Notice a pattern? “When he realizes it.” There are many passages in the New Testament that talk about realizing that something is a sin. Romans 7:7—I would not have known sin except through the law. For I would not have known covetousness unless the law had said, “You shall not covet.” Romans 14:14, 20—I know and am convinced by the Lord Jesus that there is nothing unclean of itself; but to him who considers anything to be unclean, to him it is unclean. All things indeed are pure, but it is evil for the man who eats with offense. Or, with a guilty conscience. In other words, Paul is saying that if you're not quite sure whether what you are about to do is sin or not, but your conscience is telling you that you shouldn’t do it and you still do it—it’s a sin. That’s what the trespass offering was for. If you touched something or said something or did something and then you realized later on that you had promised to sin or you had become unclean, you were to take your bull or goat and go to the priest who would make atonement for him concerning his sin.
There were “unintentional” sins, and then there were “intentional” sins. These were sins that were committed deliberately, with the full knowledge of the Law of God. There was no sacrifice for these sins. Numbers 15:30-31—30 …the person who does anything presumptuously, whether he is native-born or a stranger, that one brings reproach on the LORD, and he shall be cut off from among his people. 31 Because he has despised the word of the LORD, and has broken His commandment, that person shall be completely cut off; his guilt shall be upon him. If you sinned deliberately, and with your eyes wide open to the fact that what you were doing was a sin, there was no sacrifice that you could offer. You were completely cut off from the rest of your people.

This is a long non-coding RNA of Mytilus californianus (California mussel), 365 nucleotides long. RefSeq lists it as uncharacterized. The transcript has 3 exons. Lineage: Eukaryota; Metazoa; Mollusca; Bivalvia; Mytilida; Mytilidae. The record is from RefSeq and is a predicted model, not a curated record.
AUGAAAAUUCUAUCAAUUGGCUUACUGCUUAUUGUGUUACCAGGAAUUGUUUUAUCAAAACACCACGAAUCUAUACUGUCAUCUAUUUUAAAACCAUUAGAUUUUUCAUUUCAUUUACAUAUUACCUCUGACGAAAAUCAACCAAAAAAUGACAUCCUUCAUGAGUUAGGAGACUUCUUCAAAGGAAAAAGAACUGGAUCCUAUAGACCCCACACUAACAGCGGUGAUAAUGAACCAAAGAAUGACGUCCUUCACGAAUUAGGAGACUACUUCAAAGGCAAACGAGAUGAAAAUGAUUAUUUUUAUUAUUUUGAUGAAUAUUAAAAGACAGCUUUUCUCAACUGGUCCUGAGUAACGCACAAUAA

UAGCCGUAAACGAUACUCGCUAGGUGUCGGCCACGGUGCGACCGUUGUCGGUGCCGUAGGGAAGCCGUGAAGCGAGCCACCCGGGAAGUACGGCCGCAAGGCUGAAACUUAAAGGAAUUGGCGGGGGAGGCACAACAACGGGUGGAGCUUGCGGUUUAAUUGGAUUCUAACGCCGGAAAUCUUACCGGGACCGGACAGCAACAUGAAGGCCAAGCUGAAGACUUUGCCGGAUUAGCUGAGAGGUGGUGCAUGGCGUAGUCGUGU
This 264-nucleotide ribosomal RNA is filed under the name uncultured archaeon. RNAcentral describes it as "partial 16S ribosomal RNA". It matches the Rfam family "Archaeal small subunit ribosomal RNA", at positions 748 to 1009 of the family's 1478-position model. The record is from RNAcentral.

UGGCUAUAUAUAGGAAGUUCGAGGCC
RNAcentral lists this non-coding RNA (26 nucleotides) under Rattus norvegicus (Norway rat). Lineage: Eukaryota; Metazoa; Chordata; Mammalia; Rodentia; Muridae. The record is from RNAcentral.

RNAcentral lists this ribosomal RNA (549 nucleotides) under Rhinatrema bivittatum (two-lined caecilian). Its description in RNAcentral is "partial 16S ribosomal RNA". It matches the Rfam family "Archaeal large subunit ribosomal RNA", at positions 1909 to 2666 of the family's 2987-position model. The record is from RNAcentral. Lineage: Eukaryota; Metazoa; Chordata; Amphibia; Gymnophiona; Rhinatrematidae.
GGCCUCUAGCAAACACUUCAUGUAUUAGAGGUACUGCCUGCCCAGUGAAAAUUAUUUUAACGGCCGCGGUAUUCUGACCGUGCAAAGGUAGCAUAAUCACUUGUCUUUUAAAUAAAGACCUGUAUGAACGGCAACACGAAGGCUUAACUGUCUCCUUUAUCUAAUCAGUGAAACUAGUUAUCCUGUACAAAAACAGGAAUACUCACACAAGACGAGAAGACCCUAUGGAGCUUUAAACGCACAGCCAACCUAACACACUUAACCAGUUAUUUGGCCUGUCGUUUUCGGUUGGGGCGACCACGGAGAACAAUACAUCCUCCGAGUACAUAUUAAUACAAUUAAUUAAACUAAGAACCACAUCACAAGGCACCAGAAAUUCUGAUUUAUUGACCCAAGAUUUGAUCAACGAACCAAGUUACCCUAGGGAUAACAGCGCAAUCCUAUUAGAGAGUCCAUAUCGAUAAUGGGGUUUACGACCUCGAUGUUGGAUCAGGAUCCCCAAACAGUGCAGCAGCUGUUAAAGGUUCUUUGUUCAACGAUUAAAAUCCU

That said, some of the offerings for “unintentional” sins were to be made by the whole assembly, once they knew the truth. If you were not there, and you knew the truth, you were to be cut off, and that sacrifice was not applied to you and your sin was still with you. Hebrews 10:24-26 says, 24 And let us consider one another in order to stir up love and good works, 25 not forsaking the assembling of ourselves together, as is the manner of some, but exhorting one another, and so much the more as you see the Day approaching. 26 For if we sin willfully after we have received the knowledge of the truth [in other words, if we ignore the gospel after hearing the truth that faith in Jesus Christ as our Lord and Savior is the only way to be declared righteous before God], there no longer remains a sacrifice for sins. If I had time, I’d go deeper into what this passage in Hebrews is saying. But one thing it does NOT say is that we can ever “lose” our salvation. In the case of the Old Testament offerings, they gathered together to kill goats and bulls. Today we are gathered together to worship the Lamb.
Which brings me to the DAY OF ATONEMENT. Leviticus 16:2, 3, 5—2 and the LORD said to Moses: “Tell Aaron your brother not to come at just any time into the Holy Place inside the veil, before the mercy seat which is on the ark, lest he die; for I will appear in the cloud above the mercy seat. 3 “Thus Aaron shall come into the Holy Place: with the blood of a young bull as a sin offering, and of a ram as a burnt offering...5 And he shall take from the congregation of the children of Israel two kids of the goats as a sin offering, and one ram as a burnt offering. This only happened one day out of the year. The people were to fast from sundown the night before till sundown that day. In fact, they normally fasted for 25 hours, just to be on the safe side. Now, notice something here. First, Aaron had to first make atonement for himself. Verse 6—Aaron shall offer the bull as a sin offering, which is for himself, and make atonement for himself and for his house. Have you ever flown? When they're going through the instructions for what to do JUST IN CASE you need to use the oxygen masks, what do they tell you to do? Put yours on first, and then assist others. It's not an encouragement to be selfish, but if someone is unconscious, you can't help them if you can't breathe. It’s the same thing here. Aaron could not make atonement for others if he still had his sins with him.